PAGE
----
Hardin County Men Indicted for Theft of Federal Funds
Two Hardin County men have been indicted and charged with theft of federal program funds in the Eastern District of Texas, announced U.S. Attorney John M. Bales today.
Tony Lynn Thornton Sr., 51, and Anthony Welborn Jones, 51, both of Kountze, Texas, were indicted on Nov. 28, 2012, and charged with one count of conspiracy to commit theft concerning programs receiving federal funds and two counts of theft concerning programs receiving federal funds. Thornton is also charged with seven counts of bank fraud. Thornton appeared today before U.S. Magistrate Judge Keith Giblin for an initial appearance. Jones has already had an initial appearance
According to the 10-count indictment, which was unsealed today in federal court, Thornton was executive director/chairman of the Hardin County Disaster Recovery Alliance (HCDRA), and controlled and operated the HCDRA residential repair and renovation program following Hurricane Rita’s impact on the Texas Gulf Coast on Sep. 24, 2005. Jones controlled and operated Dependable Maintenance and Construction (Dependable), a residential building/contracting business he operated out of his home. Dependable was contracted to do home repair and renovations for HCDRA. Thornton also owned County Seat Lumber Company, a lumber yard and store in Kountze, Texas, that sold building materials to HCDRA, Jones and other contractors that were employed by HCDRA. Between January 2007 and June 2008, Thornton and Jones are alleged to have conspired to defraud HCDRA by obtaining payment for repairs to houses that Jones did not complete. Jones is alleged to have submitted fraudulent invoices to Thornton, who in turn would use his position as executive director to obtain payment from HCDRA for Jones by falsely representing that the work was done as billed and securing payment for Jones. County Seat Lumber Company then received payment from Jones and HCDRA for building materials that Thornton falsely represented were used for HCDRA renovated homes. Additionally, Thornton is alleged to have created a fictitious vendor file for HCDRA in order to pay his wife’s credit card bills.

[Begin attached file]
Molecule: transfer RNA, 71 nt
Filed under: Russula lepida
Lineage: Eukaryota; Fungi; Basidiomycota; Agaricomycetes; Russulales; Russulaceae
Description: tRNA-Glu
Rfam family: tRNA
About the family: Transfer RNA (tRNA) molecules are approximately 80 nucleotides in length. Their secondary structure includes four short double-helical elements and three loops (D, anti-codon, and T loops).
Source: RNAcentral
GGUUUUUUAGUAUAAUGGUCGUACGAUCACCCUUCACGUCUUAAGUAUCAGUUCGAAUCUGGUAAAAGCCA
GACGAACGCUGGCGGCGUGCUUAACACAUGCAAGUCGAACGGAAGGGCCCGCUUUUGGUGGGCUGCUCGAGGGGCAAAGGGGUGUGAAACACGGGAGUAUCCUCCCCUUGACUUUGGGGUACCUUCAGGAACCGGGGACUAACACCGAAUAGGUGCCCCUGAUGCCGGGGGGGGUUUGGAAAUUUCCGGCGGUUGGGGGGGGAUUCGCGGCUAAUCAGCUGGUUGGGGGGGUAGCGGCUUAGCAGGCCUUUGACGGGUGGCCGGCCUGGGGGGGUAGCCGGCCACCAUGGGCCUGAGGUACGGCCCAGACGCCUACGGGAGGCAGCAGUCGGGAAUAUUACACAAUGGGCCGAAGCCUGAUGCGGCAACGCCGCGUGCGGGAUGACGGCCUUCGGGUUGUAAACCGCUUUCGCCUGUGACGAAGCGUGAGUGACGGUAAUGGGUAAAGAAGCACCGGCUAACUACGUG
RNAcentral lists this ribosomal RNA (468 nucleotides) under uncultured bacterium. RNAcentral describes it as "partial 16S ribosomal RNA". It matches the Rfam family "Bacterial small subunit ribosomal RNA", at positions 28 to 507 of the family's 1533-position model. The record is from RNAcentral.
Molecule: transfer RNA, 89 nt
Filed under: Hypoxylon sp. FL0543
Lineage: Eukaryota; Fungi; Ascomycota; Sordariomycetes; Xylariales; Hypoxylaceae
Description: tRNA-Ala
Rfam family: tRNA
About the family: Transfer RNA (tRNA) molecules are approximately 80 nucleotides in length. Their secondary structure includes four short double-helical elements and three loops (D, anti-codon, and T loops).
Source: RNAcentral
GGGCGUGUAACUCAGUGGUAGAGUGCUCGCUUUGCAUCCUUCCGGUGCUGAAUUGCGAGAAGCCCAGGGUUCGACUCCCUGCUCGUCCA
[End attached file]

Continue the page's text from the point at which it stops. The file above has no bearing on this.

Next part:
If convicted, Thornton and Jones each face up to five years in federal prison for the conspiracy charge and up to 10 years for each of the theft charges. Thornton also faces up to 30 years in federal prison for each of the bank fraud charges.
This case is being investigated by the Bureau of Alcohol, Tobacco, Firearms and Explosives and is being prosecuted by Assistant U.S. Attorney Joseph R. Batte.
A grand jury indictment is not evidence of guilt. All defendants are presumed innocent until proven guilty beyond a reasonable doubt in a court of law.